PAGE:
How to Spend 1 Day in Chongqing
This sprawling metropolis of more than 30 million people ranks among the most multifaceted cities in western China—a former walled city turned modern destination at the confluence of two rivers. A day is just enough to give you a taste of Chongqing. Read on for tips on how to spend your time.
Morning: City Sightseeing
There’s a lot of ground to cover in the hilly city of Chongqing, so let a guide lead the way. Sightseeing tours around town often cover the most important landmarks and attractions; take in the views of the Yangtze and Jialing rivers from Eling Park, visit a thousand-year-old Buddhist temple wedged between modern skyscrapers, and see some of China’s most famous residents—its giant pandas—at the Chongqing Zoo. If you have spare time, wander the cobbled streets of Ciqikou, a small neighborhood known for its Sichuan-style architecture.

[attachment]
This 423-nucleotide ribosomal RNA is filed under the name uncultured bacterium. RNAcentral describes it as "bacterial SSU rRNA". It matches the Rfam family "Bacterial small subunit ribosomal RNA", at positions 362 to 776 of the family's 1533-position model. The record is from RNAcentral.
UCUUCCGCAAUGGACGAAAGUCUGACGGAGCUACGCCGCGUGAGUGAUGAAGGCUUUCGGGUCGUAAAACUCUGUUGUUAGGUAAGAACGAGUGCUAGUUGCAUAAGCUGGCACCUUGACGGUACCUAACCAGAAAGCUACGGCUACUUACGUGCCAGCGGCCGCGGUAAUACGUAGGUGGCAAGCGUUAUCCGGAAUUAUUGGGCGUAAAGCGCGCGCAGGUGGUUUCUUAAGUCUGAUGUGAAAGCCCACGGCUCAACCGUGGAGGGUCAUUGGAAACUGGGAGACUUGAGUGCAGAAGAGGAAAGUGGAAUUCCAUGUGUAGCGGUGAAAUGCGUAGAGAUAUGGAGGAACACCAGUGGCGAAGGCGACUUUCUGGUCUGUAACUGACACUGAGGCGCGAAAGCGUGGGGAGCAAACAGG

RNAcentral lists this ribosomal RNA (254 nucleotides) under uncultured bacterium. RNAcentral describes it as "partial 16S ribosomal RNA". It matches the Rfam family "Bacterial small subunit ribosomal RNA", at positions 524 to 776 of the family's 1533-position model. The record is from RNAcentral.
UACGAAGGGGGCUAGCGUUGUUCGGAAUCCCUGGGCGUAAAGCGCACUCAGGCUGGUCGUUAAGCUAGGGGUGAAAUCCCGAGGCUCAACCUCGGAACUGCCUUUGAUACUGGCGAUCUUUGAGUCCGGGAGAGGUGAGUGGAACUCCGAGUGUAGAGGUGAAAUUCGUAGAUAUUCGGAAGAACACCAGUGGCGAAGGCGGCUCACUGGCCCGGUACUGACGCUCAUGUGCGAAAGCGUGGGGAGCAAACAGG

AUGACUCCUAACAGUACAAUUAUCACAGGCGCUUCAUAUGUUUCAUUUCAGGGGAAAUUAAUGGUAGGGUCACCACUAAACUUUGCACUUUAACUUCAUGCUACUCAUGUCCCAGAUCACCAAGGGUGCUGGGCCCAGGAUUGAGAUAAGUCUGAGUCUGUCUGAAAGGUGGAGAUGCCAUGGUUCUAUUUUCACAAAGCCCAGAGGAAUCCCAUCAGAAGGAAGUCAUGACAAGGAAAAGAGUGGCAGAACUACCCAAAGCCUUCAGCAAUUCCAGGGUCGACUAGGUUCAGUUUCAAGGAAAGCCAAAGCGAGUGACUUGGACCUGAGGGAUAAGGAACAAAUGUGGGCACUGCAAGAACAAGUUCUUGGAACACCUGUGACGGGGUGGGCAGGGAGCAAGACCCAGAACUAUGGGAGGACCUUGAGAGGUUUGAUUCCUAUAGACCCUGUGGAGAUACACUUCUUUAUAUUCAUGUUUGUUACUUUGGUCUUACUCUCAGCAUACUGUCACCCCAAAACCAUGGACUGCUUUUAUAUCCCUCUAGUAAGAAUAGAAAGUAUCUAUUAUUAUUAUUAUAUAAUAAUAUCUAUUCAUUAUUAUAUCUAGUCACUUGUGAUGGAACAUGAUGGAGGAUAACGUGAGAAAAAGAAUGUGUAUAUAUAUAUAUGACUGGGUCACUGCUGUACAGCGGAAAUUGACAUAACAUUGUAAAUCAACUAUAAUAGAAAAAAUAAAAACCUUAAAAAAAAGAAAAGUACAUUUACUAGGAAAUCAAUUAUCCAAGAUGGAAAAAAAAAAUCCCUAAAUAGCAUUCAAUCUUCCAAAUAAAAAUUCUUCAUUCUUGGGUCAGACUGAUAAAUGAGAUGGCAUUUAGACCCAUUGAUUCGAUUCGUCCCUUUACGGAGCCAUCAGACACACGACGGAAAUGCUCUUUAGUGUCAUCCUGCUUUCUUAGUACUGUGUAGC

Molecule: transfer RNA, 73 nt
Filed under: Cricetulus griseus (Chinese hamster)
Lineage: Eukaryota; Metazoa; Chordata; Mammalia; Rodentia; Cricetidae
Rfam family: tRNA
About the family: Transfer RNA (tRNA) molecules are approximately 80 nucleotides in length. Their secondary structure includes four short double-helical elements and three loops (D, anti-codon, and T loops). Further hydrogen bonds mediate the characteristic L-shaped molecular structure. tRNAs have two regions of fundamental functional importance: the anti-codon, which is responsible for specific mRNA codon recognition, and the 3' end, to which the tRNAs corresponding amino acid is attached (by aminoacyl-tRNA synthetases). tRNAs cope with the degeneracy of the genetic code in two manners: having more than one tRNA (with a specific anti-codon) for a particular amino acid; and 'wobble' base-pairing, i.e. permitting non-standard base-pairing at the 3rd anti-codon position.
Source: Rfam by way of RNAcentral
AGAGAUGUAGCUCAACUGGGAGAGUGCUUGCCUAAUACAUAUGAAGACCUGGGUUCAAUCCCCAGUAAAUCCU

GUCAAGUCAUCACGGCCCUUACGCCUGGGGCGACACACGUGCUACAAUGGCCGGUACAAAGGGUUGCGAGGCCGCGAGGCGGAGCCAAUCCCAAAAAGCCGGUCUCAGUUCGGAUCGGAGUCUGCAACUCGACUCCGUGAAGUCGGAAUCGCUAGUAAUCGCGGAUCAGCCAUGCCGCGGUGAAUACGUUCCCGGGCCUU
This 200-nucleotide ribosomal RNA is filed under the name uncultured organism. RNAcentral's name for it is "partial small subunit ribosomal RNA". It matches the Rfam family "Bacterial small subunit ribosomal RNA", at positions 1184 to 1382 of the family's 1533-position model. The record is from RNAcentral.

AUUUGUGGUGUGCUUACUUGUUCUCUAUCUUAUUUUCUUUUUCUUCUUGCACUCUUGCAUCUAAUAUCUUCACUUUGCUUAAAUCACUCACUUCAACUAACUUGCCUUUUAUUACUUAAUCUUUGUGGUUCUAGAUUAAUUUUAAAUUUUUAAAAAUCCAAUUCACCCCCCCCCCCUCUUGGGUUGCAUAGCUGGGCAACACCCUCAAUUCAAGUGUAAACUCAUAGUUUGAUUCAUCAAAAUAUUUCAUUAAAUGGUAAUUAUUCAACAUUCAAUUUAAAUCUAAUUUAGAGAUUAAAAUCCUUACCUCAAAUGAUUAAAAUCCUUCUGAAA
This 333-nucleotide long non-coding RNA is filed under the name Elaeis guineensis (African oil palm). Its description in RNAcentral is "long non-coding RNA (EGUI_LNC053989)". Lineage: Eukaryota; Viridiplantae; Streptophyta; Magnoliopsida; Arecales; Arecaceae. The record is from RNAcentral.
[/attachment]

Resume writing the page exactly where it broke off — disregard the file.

Many full-day tours of Chongqing include a visit to one or two of the city’s museums, but you can also stop by on your own. The Chongqing Museum offers an introduction to the region through its collection of more than 100,000 artifacts spanning 3,000 years. Another favorite, especially among American visitors, is the General Joseph W. Stilwell Museum, housed in the general’s former residence and headquarters. Those planning to cruise the Yangtze River won’t want to miss the Three Gorges Museum.
Night: Hot Pot
No trip to Chongqing is complete without dining on a regional specialty, hot pot (huoguo). This popular Sichuan dish, made by cooking a variety of meats and vegetables in a bubbling vat of fiery broth, is served in street stalls and restaurants all along Huoguo Jie (Hot Pot Street). Milder versions are available on request. Night owls can continue their day into night at one of the bars or clubs clustered along Bayi Lu.